I Can See Clearly Now

For a heathen like me, films with religious overtones are usually best when played for their camp entertainment value, a la THE TEN COMMANDMENTS. Something where the spectacle overwhelms anything overtly pious. Personal religious stories tend to come off as preachy and make my skin crawl.

So why do I love THE SONG OF BERNADETTE so much?

It all begins with Jennifer Jones’ affecting, Oscar-winning performance. Jones (in her film debut) stars as a young peasant girl who has a vision of a “beautiful lady” in a city dump at Lourdes. Her visions make her the ridicule of the town until a spring, whose waters have healing powers, miraculously appears at the site.

Based on Franz Werfel’s bestselling novel, the 1943 film gave faith to audiences everywhere at a time when the surrounding war had people questioning their beliefs. Though the film is long and verges on that dreadful word–“important”–I totally buy Jones’ wide-eyed innocence. But what makes the film and Jones’ performance soar on the wings of faith is Alfred Newman‘s heavenly score.

Werfel originally recommended his friend Igor Stravinsky to compose the score. With producer Darryl Zanuck away at war and unable to veto the idea, Newman, who was head of the 20th Century Fox music department, let the legendary composer write the score. The music was rejected but Stravinsky later turned his own “Apparition of the Virgin” music into the middle movement of his Symphony in Three Movements.

Newman’s simple theme for Bernadette consists of four ascending notes which, according to Jon Burlingame in his commentary for the DVD, is “as if she’s gazing toward heaven.” And that four-note theme is the basis for one of the most moving cues in all film music–Bernadette’s first vision.

As Newman once stated:

    My first reaction to the scene was to “hear” it in terms of the great religious experiences that had previously been interpreted by Wagner in his Grail music and Schubert in his “Ave Maria,” which is a terrifying standard to have to approach. I first wrote for the scene in this vein but I wasn’t happy with anything I did. It then occurred to me that I was wrong in thinking of the scene as a revelation of the Virgin Mary. I read back over Werfel’s book and found that Bernadette had never claimed to have seen anything other than a ‘beautiful lady.’
    I now wrote music I thought would describe this extraordinary experience of a young girl who was neither sophisticated enough nor knowledgeable enough to evaluate it as anything more than a lovely vision. With this in mind, I thought the music should not be pious or austere or even mystical, or suggest that the girl was on the first step to sainthood. She was at that point simply an innocent, pure-minded peasant girl, and I took my musical cues from the little gusts of wind and the rustling bushes that accompanied the vision, letting it all grow into a swelling harmony that would express the girl’s emotional reaction. And it was important that it express her reaction, not ours.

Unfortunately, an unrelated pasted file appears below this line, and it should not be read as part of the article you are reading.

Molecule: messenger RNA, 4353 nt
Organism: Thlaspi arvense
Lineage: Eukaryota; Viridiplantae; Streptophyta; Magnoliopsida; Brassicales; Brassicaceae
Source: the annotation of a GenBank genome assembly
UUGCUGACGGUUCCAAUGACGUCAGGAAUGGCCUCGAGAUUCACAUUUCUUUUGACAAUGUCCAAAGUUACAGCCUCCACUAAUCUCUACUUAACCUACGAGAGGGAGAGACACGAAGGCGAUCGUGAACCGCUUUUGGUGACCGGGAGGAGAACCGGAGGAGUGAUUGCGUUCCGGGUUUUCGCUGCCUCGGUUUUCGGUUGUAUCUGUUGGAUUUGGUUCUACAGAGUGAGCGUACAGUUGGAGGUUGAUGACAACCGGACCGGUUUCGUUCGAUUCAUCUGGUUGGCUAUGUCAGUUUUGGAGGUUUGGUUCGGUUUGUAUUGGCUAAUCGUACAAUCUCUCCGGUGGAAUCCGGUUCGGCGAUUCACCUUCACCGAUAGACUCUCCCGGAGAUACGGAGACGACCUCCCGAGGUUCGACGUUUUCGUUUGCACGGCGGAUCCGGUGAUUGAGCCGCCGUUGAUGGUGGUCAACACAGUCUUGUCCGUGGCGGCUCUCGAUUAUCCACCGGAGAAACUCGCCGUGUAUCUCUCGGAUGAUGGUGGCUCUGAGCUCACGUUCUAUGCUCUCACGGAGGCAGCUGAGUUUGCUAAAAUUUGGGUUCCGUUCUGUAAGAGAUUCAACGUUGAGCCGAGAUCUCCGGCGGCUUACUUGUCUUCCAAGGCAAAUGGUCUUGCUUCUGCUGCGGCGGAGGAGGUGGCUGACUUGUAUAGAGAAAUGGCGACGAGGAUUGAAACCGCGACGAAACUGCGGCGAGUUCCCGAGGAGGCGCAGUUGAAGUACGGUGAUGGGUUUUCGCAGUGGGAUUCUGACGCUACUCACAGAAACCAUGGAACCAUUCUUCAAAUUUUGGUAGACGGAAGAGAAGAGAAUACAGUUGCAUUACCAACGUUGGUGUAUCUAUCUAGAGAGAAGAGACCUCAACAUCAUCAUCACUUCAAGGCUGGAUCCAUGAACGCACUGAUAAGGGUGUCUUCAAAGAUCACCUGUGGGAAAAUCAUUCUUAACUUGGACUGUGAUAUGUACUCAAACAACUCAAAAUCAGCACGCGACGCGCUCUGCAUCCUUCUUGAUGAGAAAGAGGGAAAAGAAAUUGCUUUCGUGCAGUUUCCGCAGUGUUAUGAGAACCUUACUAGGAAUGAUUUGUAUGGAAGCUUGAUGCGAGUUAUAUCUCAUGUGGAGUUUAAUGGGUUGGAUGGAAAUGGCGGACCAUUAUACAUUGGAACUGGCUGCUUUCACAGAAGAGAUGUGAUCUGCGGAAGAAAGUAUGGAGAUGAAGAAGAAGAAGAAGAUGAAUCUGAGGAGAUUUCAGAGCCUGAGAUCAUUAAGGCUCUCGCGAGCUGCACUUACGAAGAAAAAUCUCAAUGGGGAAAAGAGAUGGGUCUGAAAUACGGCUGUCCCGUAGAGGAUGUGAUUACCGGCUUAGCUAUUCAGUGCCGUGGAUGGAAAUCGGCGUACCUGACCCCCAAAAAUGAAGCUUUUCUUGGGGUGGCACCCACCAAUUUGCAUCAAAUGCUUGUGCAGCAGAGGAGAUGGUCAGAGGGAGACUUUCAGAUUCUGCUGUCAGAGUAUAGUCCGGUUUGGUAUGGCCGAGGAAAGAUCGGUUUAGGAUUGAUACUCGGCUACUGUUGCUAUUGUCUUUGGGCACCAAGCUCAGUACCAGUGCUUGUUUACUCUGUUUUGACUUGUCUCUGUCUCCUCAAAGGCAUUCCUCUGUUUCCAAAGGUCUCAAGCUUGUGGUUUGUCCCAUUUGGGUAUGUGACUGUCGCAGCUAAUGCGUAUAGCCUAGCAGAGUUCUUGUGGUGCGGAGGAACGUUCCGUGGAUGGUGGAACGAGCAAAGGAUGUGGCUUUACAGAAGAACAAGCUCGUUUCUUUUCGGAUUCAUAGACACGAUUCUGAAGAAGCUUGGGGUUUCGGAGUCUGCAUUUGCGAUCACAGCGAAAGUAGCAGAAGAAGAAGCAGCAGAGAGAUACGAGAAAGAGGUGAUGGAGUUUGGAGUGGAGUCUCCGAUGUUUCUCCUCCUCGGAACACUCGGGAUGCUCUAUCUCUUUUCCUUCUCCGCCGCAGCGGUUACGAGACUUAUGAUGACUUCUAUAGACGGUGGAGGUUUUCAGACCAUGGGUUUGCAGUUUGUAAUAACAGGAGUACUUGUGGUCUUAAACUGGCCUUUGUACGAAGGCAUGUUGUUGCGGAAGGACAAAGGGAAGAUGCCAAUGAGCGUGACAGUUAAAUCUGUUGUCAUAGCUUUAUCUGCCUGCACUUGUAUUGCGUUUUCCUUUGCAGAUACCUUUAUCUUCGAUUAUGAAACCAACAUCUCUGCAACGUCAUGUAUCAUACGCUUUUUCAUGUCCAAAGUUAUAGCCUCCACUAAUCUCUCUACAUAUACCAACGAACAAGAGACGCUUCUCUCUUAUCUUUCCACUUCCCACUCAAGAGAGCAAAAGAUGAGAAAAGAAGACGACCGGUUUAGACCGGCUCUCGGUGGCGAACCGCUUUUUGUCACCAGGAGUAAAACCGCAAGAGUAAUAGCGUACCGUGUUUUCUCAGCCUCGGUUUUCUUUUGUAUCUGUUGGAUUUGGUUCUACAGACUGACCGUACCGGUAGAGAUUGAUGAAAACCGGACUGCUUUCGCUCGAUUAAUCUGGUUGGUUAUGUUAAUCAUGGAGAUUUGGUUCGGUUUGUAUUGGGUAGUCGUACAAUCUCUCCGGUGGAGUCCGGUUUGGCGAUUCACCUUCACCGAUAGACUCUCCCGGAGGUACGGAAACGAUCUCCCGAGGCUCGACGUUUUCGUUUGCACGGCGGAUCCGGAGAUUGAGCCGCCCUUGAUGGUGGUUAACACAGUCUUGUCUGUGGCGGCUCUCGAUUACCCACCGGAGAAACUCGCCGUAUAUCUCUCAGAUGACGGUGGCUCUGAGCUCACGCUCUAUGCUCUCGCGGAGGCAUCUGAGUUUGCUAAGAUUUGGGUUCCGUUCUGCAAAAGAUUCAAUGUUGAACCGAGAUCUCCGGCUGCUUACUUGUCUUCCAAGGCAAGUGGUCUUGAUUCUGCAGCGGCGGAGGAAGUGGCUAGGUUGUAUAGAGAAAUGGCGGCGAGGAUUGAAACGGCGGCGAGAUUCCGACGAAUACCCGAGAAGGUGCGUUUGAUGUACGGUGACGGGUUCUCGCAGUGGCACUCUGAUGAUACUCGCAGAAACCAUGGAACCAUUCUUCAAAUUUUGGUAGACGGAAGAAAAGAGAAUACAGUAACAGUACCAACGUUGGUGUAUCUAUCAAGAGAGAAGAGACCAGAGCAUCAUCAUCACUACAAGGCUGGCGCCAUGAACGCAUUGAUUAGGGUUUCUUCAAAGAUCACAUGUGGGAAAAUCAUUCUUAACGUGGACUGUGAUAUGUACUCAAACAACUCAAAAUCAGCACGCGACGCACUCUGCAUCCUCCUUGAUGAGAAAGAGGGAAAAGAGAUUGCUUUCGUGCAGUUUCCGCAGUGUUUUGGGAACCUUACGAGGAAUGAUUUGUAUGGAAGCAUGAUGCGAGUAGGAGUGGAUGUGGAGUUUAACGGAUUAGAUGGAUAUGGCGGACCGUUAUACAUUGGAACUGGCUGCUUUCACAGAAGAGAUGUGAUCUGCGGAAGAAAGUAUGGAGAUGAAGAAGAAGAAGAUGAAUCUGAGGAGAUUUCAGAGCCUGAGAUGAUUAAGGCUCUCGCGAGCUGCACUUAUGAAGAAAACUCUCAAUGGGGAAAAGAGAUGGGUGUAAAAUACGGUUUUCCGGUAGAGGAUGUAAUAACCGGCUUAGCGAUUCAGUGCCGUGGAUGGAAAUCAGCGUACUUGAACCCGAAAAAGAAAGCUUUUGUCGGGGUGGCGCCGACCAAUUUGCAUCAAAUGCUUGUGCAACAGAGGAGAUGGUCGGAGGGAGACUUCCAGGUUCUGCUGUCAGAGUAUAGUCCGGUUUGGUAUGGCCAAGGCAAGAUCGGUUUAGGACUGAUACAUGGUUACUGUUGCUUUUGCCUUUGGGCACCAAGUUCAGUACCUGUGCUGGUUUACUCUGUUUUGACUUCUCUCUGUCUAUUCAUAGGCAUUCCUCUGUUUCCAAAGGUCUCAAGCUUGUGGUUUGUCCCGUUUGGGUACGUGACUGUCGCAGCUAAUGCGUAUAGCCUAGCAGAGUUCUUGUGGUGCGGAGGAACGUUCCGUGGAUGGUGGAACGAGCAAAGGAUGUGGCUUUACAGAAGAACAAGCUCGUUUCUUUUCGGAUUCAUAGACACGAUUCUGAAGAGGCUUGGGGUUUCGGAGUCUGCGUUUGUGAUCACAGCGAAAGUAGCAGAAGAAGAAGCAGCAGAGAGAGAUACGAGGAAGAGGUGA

Using flutes to suggest the breeze, oboes for the birds, and strings for the rustling bushes, Newman paints a tone poem of nature until the violins and chorus ascend, the basses descend, and the trumpets herald the appearance of the “lady.” As Newman stated, “The [lady’s] theme was fragile and yet loaded with dynamite.”

THE SONG OF BERNADETTE was the second soundtrack to be commercially recorded (on an 4-disc 78 rpm Decca release), following Miklos Rozsa’s THE JUNGLE BOOK in 1942.

To borrow from Newman’s own words, this score is “dynamite.” And no doubt this scene won Newman his richly-deserved Oscar. As the title card says, “For those who believe, no explanation is necessary; for those who do not believe, no explanation is possible.



3 comments

  1. Just discovered the site and will likely be a frequent visitor, especially after enjoying your appraisal of Alfred Newman’s Song of Bernadette score, and the accompanying – and wonderfully contrasting -clips from that film and from Airport (which, coincidentally, I watched just last week, mainly to appreciate the music in context). Among the pioneering masters of The Golden Age, Newman is my personal favorite – for his melodic gift, unique expressivity of his string section (“The Newman Strings”), versatility, and fluidity. His work rarely sounds like symphonic forms borrowed and adapted as underscoring (except when appropriate to a particular narrative). He seems instead to connect directly to character and emotion, allowing form to flow from the drama. I’ve always thought this might have been a benefit of his not being trained specifically as a composer – plus some innately brilliant musicality. In any case, the description of his approach to the scene as quoted in your article bears out my sense of him as a consummate musical dramatist. Again, thanks.

    1. Thanks for your kind words, Dave, and welcome to the site! Anyone who appreciates Alfred Newman is a new friend of mine. LOL I agree that his music seems more instinctual than some other composers, and perhaps that’s why I connect with it. And trust me, there will definitely be more Newman in the future. :)

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